At Hall High School in West Hartford, meanwhile, students organized a fair trade chocolate bake sale without any input whatsoever from Herbert following her first visit. When she came to speak at the school again, the students gave her the proceeds with a check made out for Not for Sale.

"All these little triumphs are huge to me," Herbert said. "People inspired and involved to take the initiative, to empower them to do something. It doesn't have to be about me or even Not for Sale, but it empowers them to do something."

National hotline for reporting suspected human trafficking: 888-373-7888


New York

$68 Million Settlement Proposed for 10 Children Fraudulently Adopted and Abused


Lawyers for 10 disabled children who were fraudulently adopted by a Queens woman more than 15 years ago and subjected to years of abuse have proposed a $68 million settlement in a civil rights lawsuit filed on their clients' behalf, according to a confidential court filing.

The proposal comes as a federal magistrate judge in Brooklyn appears to be trying to mediate a settlement to the suit, filed in 2009, which seeks damages from New York City and three contract adoption agencies that placed the children with the woman, Judith Leekin.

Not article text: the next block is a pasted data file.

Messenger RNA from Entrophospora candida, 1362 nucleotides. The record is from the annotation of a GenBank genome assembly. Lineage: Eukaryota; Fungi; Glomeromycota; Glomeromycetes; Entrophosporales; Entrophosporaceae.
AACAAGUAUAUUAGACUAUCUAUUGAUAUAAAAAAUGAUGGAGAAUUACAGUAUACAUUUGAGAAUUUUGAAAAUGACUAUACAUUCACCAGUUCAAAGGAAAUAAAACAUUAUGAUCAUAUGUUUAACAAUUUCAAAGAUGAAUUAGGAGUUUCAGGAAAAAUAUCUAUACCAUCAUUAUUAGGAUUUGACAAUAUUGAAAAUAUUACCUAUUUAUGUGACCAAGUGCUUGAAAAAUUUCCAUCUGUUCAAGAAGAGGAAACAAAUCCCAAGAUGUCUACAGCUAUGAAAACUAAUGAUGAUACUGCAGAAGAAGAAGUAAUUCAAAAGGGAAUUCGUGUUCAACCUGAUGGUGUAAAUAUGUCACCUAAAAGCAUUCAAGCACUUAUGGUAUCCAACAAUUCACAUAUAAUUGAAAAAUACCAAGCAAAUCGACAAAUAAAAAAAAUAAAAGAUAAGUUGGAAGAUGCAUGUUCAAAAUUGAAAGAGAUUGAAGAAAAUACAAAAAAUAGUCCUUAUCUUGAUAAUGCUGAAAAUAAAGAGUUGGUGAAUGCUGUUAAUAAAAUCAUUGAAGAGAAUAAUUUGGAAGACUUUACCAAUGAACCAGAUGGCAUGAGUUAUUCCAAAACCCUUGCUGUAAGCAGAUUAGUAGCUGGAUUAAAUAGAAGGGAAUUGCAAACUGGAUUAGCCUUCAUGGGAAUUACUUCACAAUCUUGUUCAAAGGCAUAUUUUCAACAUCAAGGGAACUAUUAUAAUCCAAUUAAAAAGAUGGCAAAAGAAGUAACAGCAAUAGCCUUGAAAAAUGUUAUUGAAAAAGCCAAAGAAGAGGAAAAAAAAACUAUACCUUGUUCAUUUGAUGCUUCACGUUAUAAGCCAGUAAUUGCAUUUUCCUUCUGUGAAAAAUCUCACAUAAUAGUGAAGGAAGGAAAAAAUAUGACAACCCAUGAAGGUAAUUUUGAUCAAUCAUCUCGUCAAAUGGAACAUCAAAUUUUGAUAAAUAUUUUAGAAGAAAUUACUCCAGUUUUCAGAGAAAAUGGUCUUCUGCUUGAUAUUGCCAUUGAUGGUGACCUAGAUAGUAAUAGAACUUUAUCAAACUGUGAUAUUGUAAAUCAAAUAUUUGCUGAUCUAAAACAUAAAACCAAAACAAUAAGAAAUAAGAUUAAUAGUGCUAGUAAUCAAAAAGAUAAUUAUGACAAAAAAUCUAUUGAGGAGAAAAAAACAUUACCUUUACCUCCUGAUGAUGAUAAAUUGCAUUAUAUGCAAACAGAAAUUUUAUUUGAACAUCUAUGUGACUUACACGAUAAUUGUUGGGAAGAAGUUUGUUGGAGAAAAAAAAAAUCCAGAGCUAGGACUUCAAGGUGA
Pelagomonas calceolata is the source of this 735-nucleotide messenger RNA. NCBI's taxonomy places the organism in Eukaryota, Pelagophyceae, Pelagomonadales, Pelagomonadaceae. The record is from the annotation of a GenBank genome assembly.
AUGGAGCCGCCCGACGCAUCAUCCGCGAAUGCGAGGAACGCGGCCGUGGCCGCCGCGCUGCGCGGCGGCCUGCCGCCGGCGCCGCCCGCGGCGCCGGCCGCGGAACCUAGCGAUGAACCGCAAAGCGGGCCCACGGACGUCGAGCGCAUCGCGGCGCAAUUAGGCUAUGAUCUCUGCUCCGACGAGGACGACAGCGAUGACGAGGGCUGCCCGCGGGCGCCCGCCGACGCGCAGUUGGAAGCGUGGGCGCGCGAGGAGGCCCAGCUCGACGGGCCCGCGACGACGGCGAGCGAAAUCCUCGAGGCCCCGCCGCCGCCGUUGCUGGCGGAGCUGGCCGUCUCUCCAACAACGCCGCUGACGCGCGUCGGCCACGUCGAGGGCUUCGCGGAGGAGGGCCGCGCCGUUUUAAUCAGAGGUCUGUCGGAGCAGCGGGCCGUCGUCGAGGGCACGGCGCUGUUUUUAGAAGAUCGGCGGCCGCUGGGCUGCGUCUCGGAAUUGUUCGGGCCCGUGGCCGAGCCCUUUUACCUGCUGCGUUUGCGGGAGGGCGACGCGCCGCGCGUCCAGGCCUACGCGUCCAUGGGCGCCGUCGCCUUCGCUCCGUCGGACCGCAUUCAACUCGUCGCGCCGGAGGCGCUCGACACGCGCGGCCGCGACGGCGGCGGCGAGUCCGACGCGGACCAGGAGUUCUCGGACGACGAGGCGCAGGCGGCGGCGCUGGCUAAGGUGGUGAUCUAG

The case has been seen as one of the most disturbing child welfare fraud cases in the city in recent years. Ms. Leekin used four aliases to adopt the children, who had physical or developmental disabilities, including autism and retardation, and later moved them to Florida. The children were caged, restrained with plastic ties and handcuffs, beaten with sticks and hangers, and kept out of school, according to court papers. An 11th child disappeared while in Ms. Leekin's care and is presumed dead.

The suit asks that the 10 plaintiffs, now mostly in their 20s, be compensated for their years of suffering as well as for the services and treatment they will need for the rest of their lives.

The settlement proposal was cited in a letter from a defense lawyer in the case to the magistrate judge, Marilyn D. Go of Federal District Court in Brooklyn, where the lawsuit was brought.